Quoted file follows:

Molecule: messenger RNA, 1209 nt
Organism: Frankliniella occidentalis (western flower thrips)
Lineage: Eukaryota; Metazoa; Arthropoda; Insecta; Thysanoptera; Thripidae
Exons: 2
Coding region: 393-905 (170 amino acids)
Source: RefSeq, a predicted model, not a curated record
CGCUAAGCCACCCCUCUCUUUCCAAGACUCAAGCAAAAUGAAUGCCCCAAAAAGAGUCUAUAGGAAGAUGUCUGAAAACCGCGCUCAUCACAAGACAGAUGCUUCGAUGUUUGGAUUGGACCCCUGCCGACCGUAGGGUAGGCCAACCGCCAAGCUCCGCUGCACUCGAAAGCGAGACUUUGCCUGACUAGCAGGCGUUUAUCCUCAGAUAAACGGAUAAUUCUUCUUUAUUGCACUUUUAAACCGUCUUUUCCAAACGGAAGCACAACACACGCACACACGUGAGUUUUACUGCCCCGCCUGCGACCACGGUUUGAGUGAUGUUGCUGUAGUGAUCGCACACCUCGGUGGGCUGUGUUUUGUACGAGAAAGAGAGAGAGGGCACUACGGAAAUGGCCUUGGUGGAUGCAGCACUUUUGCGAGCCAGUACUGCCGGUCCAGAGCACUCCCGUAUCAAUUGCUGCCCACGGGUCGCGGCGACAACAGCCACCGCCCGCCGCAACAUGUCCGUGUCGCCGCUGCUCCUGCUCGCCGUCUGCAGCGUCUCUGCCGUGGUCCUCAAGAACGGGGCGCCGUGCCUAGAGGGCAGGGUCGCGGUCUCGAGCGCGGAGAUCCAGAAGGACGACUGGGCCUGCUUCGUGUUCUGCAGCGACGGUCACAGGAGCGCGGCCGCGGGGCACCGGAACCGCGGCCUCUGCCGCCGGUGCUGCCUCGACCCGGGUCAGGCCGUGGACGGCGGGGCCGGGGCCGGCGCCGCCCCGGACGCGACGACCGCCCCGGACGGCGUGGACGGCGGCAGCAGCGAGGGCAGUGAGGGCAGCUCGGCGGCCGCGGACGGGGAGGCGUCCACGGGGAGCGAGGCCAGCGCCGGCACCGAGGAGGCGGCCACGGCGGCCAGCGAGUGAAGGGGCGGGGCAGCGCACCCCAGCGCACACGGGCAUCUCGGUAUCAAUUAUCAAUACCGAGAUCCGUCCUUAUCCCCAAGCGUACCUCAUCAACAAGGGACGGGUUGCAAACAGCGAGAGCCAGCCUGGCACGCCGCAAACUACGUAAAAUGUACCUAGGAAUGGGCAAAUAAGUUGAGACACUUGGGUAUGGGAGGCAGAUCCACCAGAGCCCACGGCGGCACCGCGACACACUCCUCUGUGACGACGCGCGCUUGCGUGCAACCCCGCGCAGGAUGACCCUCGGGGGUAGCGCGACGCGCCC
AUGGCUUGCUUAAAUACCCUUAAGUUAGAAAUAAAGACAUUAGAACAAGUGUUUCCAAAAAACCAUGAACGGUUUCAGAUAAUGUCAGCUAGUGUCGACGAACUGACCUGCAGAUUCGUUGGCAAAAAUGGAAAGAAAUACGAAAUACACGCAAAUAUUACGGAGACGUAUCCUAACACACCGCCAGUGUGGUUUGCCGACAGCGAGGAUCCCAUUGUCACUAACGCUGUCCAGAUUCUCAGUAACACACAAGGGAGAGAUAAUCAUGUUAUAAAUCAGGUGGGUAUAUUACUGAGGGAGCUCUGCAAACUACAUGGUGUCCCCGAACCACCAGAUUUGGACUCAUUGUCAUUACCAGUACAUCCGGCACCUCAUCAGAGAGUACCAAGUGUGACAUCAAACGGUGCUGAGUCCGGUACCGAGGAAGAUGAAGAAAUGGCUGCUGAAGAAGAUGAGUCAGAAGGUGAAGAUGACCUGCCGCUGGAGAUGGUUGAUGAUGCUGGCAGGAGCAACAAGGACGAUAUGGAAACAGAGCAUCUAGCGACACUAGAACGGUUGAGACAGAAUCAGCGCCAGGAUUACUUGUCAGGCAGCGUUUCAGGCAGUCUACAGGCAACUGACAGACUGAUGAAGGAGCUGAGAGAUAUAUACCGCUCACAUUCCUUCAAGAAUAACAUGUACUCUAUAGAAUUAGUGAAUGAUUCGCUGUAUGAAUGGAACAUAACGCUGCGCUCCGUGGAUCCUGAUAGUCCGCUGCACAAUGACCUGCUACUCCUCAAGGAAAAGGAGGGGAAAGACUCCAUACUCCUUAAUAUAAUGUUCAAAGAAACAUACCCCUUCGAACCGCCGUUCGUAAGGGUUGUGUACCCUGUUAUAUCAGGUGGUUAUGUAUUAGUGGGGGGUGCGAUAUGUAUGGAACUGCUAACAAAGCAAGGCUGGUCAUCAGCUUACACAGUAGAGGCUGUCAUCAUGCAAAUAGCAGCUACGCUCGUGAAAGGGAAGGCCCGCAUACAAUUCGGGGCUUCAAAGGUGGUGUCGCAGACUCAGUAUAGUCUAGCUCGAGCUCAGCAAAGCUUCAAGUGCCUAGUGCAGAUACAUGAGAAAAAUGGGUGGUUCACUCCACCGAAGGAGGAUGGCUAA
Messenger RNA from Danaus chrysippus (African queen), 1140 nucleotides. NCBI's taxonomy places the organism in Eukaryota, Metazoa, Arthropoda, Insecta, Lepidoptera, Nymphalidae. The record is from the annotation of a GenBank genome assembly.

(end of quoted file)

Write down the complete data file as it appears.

Molecule: messenger RNA, 1209 nt
Organism: Frankliniella occidentalis (western flower thrips)
Lineage: Eukaryota; Metazoa; Arthropoda; Insecta; Thysanoptera; Thripidae
Exons: 2
Coding region: 393-905 (170 amino acids)
Source: RefSeq, a predicted model, not a curated record
CGCUAAGCCACCCCUCUCUUUCCAAGACUCAAGCAAAAUGAAUGCCCCAAAAAGAGUCUAUAGGAAGAUGUCUGAAAACCGCGCUCAUCACAAGACAGAUGCUUCGAUGUUUGGAUUGGACCCCUGCCGACCGUAGGGUAGGCCAACCGCCAAGCUCCGCUGCACUCGAAAGCGAGACUUUGCCUGACUAGCAGGCGUUUAUCCUCAGAUAAACGGAUAAUUCUUCUUUAUUGCACUUUUAAACCGUCUUUUCCAAACGGAAGCACAACACACGCACACACGUGAGUUUUACUGCCCCGCCUGCGACCACGGUUUGAGUGAUGUUGCUGUAGUGAUCGCACACCUCGGUGGGCUGUGUUUUGUACGAGAAAGAGAGAGAGGGCACUACGGAAAUGGCCUUGGUGGAUGCAGCACUUUUGCGAGCCAGUACUGCCGGUCCAGAGCACUCCCGUAUCAAUUGCUGCCCACGGGUCGCGGCGACAACAGCCACCGCCCGCCGCAACAUGUCCGUGUCGCCGCUGCUCCUGCUCGCCGUCUGCAGCGUCUCUGCCGUGGUCCUCAAGAACGGGGCGCCGUGCCUAGAGGGCAGGGUCGCGGUCUCGAGCGCGGAGAUCCAGAAGGACGACUGGGCCUGCUUCGUGUUCUGCAGCGACGGUCACAGGAGCGCGGCCGCGGGGCACCGGAACCGCGGCCUCUGCCGCCGGUGCUGCCUCGACCCGGGUCAGGCCGUGGACGGCGGGGCCGGGGCCGGCGCCGCCCCGGACGCGACGACCGCCCCGGACGGCGUGGACGGCGGCAGCAGCGAGGGCAGUGAGGGCAGCUCGGCGGCCGCGGACGGGGAGGCGUCCACGGGGAGCGAGGCCAGCGCCGGCACCGAGGAGGCGGCCACGGCGGCCAGCGAGUGAAGGGGCGGGGCAGCGCACCCCAGCGCACACGGGCAUCUCGGUAUCAAUUAUCAAUACCGAGAUCCGUCCUUAUCCCCAAGCGUACCUCAUCAACAAGGGACGGGUUGCAAACAGCGAGAGCCAGCCUGGCACGCCGCAAACUACGUAAAAUGUACCUAGGAAUGGGCAAAUAAGUUGAGACACUUGGGUAUGGGAGGCAGAUCCACCAGAGCCCACGGCGGCACCGCGACACACUCCUCUGUGACGACGCGCGCUUGCGUGCAACCCCGCGCAGGAUGACCCUCGGGGGUAGCGCGACGCGCCC
AUGGCUUGCUUAAAUACCCUUAAGUUAGAAAUAAAGACAUUAGAACAAGUGUUUCCAAAAAACCAUGAACGGUUUCAGAUAAUGUCAGCUAGUGUCGACGAACUGACCUGCAGAUUCGUUGGCAAAAAUGGAAAGAAAUACGAAAUACACGCAAAUAUUACGGAGACGUAUCCUAACACACCGCCAGUGUGGUUUGCCGACAGCGAGGAUCCCAUUGUCACUAACGCUGUCCAGAUUCUCAGUAACACACAAGGGAGAGAUAAUCAUGUUAUAAAUCAGGUGGGUAUAUUACUGAGGGAGCUCUGCAAACUACAUGGUGUCCCCGAACCACCAGAUUUGGACUCAUUGUCAUUACCAGUACAUCCGGCACCUCAUCAGAGAGUACCAAGUGUGACAUCAAACGGUGCUGAGUCCGGUACCGAGGAAGAUGAAGAAAUGGCUGCUGAAGAAGAUGAGUCAGAAGGUGAAGAUGACCUGCCGCUGGAGAUGGUUGAUGAUGCUGGCAGGAGCAACAAGGACGAUAUGGAAACAGAGCAUCUAGCGACACUAGAACGGUUGAGACAGAAUCAGCGCCAGGAUUACUUGUCAGGCAGCGUUUCAGGCAGUCUACAGGCAACUGACAGACUGAUGAAGGAGCUGAGAGAUAUAUACCGCUCACAUUCCUUCAAGAAUAACAUGUACUCUAUAGAAUUAGUGAAUGAUUCGCUGUAUGAAUGGAACAUAACGCUGCGCUCCGUGGAUCCUGAUAGUCCGCUGCACAAUGACCUGCUACUCCUCAAGGAAAAGGAGGGGAAAGACUCCAUACUCCUUAAUAUAAUGUUCAAAGAAACAUACCCCUUCGAACCGCCGUUCGUAAGGGUUGUGUACCCUGUUAUAUCAGGUGGUUAUGUAUUAGUGGGGGGUGCGAUAUGUAUGGAACUGCUAACAAAGCAAGGCUGGUCAUCAGCUUACACAGUAGAGGCUGUCAUCAUGCAAAUAGCAGCUACGCUCGUGAAAGGGAAGGCCCGCAUACAAUUCGGGGCUUCAAAGGUGGUGUCGCAGACUCAGUAUAGUCUAGCUCGAGCUCAGCAAAGCUUCAAGUGCCUAGUGCAGAUACAUGAGAAAAAUGGGUGGUUCACUCCACCGAAGGAGGAUGGCUAA
Messenger RNA from Danaus chrysippus (African queen), 1140 nucleotides. NCBI's taxonomy places the organism in Eukaryota, Metazoa, Arthropoda, Insecta, Lepidoptera, Nymphalidae. The record is from the annotation of a GenBank genome assembly.